The collection of the National Memorial Museum “Lontsky Street Prison” in Lviv recently added a new exhibit – embroidery that was brought to the museum by Zoriana Syvuliak from her older sister Liubov Barabash.
It may look like nothing special: stitch embroidered cornflowers on a small piece of cloth 34.5 by 35 centimeters. But this embroidery, according to Zoriana Syvuliak, is priceless and not only for the fact that it is over 60 years old. This was a gift to Barabash made by her friend from the Baltic, who was imprisoned in Tayshet concentration camp. The workers of the museum, in their turn, tell about the unique tools used for making this embroidery – needle made of fish bone and the materials – threads pulled from the clothes she wore since there were no appropriate threads.
The museum keeper Iryna Yezerska told The Day a story about Mrs. Barabash (her married name is Bilynska), which was recorded from the testimony of her sister: “Liuba was born in Stryi in 1931. She studied at Taras Shevchenko Kyiv University at the Department of English Philology. She entered the university in 1948. On February 23, 1949 she was arrested by KGB officers on the street in Kyiv and was taken to jail on Korolenka Street. Her classmates were arrested in Stryi about the same time. She spent a few days in the Lontsky Street Prison while the investigation was on. She remembered that from the prison window she could see the cross on the Church of Saint Mary-Magdalene [now the Organ Hall. – Author]. She was sentenced to 10 years (Art. 54 – 1 ‘a’ of the Ukrainian SSR Criminal Code for treason punished by execution or 10 year imprisonment with confiscation of property). She served her time in a concentration camp in Tayshet (Irkutsk region). She spent six and a half years there. In 1956 she was paroled. Later she worked in the shop that dealt with mica. In the concentration camp she received this embroidery from a Lithuanian woman (Barabash does not remember clearly, but the woman was from the Baltic state for sure). Barabash told that people from the Baltic states were special. When the supervisor announced the news about the death of Joseph Stalin and ordered everyone to stand up to observe a minute of silence, all Baltic people remained seated.”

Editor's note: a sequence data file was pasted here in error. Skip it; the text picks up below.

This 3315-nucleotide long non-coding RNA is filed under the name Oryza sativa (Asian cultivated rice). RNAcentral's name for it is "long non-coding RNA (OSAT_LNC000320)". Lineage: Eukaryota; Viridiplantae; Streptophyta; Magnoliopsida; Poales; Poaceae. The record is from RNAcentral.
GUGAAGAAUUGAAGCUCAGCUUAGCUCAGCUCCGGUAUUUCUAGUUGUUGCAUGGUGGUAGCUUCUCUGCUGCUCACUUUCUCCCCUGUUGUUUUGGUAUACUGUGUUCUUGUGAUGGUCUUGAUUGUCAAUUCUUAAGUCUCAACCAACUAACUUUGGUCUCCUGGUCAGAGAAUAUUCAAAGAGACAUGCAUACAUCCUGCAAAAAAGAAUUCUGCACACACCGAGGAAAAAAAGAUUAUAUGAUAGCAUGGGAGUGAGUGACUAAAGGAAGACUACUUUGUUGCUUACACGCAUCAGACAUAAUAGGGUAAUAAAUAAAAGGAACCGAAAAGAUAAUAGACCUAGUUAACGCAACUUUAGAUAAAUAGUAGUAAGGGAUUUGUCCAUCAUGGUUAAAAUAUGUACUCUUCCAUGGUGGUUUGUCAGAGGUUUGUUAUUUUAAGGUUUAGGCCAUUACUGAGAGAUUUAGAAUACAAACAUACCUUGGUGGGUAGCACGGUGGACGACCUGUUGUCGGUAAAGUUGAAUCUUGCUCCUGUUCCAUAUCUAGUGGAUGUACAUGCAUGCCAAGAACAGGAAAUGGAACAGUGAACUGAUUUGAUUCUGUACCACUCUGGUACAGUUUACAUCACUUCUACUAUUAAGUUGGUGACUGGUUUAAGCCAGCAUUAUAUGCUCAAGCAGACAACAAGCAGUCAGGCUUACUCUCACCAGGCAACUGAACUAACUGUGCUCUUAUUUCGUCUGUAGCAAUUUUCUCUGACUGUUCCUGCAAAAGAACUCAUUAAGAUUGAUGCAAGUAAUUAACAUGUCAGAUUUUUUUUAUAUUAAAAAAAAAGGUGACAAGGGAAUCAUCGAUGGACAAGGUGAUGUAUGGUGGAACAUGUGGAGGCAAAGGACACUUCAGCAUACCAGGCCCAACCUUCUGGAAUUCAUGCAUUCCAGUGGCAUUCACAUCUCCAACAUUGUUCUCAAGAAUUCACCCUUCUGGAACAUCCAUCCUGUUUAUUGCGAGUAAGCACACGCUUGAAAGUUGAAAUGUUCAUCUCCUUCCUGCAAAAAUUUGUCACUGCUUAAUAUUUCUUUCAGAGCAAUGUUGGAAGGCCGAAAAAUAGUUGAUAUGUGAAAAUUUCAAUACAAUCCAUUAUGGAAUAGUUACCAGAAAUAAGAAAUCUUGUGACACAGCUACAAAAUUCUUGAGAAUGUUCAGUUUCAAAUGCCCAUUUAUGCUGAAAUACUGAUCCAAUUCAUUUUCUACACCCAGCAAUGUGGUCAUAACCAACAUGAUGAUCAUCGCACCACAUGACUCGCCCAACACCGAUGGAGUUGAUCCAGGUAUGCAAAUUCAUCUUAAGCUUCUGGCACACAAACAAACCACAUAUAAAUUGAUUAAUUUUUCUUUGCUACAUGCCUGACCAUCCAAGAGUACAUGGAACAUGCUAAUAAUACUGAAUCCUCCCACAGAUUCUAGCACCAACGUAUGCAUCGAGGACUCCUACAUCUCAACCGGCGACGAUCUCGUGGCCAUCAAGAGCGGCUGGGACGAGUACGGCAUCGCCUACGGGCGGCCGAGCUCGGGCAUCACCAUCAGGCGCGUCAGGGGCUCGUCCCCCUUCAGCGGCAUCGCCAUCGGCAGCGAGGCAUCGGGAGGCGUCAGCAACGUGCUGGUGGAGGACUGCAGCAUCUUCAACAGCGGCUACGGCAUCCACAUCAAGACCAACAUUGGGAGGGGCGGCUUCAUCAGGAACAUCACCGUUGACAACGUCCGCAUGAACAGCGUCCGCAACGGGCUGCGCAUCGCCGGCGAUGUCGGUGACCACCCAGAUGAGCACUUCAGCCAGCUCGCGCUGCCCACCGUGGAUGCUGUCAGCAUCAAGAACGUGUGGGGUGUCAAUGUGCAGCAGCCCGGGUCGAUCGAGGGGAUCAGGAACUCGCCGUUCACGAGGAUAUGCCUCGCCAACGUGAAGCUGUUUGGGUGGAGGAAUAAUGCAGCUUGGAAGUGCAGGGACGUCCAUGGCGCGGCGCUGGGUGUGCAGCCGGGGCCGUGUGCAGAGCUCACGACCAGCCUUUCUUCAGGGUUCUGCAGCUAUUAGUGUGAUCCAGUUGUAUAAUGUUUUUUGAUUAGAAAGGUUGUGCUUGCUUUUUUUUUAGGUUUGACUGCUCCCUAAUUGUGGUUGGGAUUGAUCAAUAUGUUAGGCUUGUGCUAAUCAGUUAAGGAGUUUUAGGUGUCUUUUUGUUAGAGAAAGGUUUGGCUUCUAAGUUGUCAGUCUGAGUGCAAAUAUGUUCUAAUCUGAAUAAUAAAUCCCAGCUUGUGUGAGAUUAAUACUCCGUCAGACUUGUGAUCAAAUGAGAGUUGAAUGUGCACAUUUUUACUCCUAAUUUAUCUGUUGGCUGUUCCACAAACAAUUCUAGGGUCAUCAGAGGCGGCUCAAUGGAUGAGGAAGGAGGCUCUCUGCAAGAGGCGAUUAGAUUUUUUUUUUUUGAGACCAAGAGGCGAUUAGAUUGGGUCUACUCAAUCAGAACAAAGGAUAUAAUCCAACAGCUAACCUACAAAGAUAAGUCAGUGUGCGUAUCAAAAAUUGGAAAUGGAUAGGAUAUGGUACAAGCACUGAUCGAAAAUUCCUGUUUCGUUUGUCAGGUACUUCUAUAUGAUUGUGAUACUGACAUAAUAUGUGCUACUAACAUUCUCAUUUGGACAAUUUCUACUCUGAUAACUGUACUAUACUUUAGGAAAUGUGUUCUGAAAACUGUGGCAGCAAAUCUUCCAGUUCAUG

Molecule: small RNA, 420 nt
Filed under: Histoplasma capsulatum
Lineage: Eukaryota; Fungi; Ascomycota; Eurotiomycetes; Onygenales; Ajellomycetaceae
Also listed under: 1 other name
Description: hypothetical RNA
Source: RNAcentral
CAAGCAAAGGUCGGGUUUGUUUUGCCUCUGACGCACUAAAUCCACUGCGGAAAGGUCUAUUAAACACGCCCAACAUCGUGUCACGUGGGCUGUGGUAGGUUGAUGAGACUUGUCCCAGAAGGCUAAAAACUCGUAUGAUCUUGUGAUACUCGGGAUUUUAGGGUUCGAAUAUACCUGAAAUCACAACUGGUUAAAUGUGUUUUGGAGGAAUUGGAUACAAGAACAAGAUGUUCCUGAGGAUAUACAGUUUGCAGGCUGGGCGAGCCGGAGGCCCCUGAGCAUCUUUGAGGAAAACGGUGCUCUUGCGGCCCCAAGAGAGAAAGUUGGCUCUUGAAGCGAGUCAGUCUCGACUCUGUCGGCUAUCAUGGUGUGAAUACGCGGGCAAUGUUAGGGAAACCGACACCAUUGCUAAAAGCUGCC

Life went on and Barabash returned home after six and a half years in prison, she married a man, who was also a prisoner of Stalin’s camps, had children. For sake of her own safety and for a better future of her children she preferred not to speak about the horrible ordeals of the past. But she kept this symbol of friendship between the two representatives of the nations oppressed by the totalitarian empire, who were forced to live in poverty in Siberia for resisting the occupants. Kind memories of the woman from the Baltic, who in her own way wanted to support and encourage her Ukrainian friend, will always stay in woman’s heart. Mrs. Barabash-Bilynska and her family decided to give the embroidery, that became a symbol of humanity, solidarity, and support to the Museum “Lontsky Street Prison” so that it would become a part of national historical heritage and more people could appreciate it.
Not only years, but decades have passed… Names, faces, and details have been erased from memory… But the most important and sacred things that helped to survive and not to lose faith have remained. “It would be interesting to find out the name of the woman from the Baltic states who made this embroidery – a symbol of female friendship and support in the difficult time of imprisonment in the concentration camp,” said Yezerska and asked everyone, who has information about the author of the embroidery, to contact the museum. You can send your letters to the National Memorial Museum of Victims of Occupation Regimes “Lontsky Street Prison”: 1 Stepana Bandery Street, Lviv, 79013 or to The Day editor’s office: 121d Peremohy Ave., Kyiv, 03115.